The researcher attended health education sessions at both the Shapla and Asha centre. While health and diet information was reported to be useful by attendees of the sessions, information was delivered by community workers or visiting health professionals in a very top-down manner, with little two-way dialogue. During group sessions, a worker would provide basic health messages and participants would be encouraged to ask questions at the end of the sessions. It was assumed that the worker had the “correct” answer and participants did not express opinions that may not fit in with standard medical advice. This often well-meaning but top down approach to providing health information extended to interactions with health professionals and community workers outside of the group sessions. Furthermore, during sessions the “unhealthy” aspects of Bengali food were often highlighted; participants reported these messages were frequently reiterated by doctors and other professionals they had contact with outside the centres. High levels of oil, ghee, salt and sweets were viewed as inherent to Bengali food and were identified as items that were particularly consumed by older participants. This concentration on the negative aspects of Bengali food contributes to a broad view that equates Bengali food with the concept of “unhealthy”. The quotes below illustrate how “Bengali” food is often perceived negatively,
“I know in other Bengali households they use a lot of oil, and they do cook a lot of red meat”
(Younger research participant, ID2)
“With my mother, and you will find with a lot of Bengalis, they are unwilling to change their habits. My mother eats a lot of rice, ghee and meat. The vegetables that are eaten are often overcooked.”
(Son of older research participant, IM5)
“There is a lot of spice and oil in Indian and Bengali food. They need more salads, yoghurt and cucumber dishes.”
(Community worker at the Shapla centre)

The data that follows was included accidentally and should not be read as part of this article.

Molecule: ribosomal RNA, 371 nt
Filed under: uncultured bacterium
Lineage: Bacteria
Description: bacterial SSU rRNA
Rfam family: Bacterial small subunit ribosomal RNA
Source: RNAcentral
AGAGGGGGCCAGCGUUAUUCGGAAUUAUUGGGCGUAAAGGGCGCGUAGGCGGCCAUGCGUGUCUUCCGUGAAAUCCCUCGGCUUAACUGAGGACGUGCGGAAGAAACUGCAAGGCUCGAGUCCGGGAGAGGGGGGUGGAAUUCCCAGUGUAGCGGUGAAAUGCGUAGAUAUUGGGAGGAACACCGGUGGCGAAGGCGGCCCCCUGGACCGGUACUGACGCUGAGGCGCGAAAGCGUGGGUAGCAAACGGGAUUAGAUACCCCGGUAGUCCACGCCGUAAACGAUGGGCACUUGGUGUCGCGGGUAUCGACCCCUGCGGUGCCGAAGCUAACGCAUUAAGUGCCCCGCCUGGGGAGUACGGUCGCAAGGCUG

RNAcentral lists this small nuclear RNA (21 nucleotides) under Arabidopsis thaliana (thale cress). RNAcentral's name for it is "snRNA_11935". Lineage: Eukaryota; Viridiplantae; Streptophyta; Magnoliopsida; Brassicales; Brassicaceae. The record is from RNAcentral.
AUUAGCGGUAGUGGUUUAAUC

Research into Bengali food habits in the UK to some extent agrees with these views. Chowdhury et al.  found an increase in meat (particularly red meat), oils, sweets and biscuits in the diet after migration to the UK with vegetables, rice and fish continuing to be popular. Grace et al. , when examining diets of Bengalis in the context of diabetes, discusses the importance of “special foods” such as biryani (white rice cooked in clarified butter with meat and spices) and mishtis (sweets) . During fieldwork women did talk about salt, white rice and oil making food “tasty” and similar to Grace et al. ’s findings that “special” food was important for entertainment and social occasions. Thus there is a clear rationale for concern regarding the “Bengali” diet and why “cultural” factors are important to this. However, despite “unhealthy” aspects of the “Bengali diet” (high levels of oil, ghee, salt etc.) “Bengali” food is not inherently unhealthy according to standard biomedical advice; it contains fish, plenty of vegetables and fruit, pulses, lentils and seasonings such as garlic and ginger, all of which are recommended by health professionals. Rarely was there mention of the “healthy” aspects of the “Bengali” diet. Furthermore the concept of a unified “Bengali diet” is misleading. While many foods are considered “Bengali”, the nature of “Bengali” food is not static but changing and fluid varying across individuals, families, age groups and across seas. The potential structural, practical and socioeconomic factors that affect one’s diet were not mentioned by health professionals, thereby placing the responsibility for diet on individuals and their “culture”. We suggest that people can place moral undertones on food, and urge caution when labelling food as “healthy” and “unhealthy” especially when attaching these labels to a particular group of people.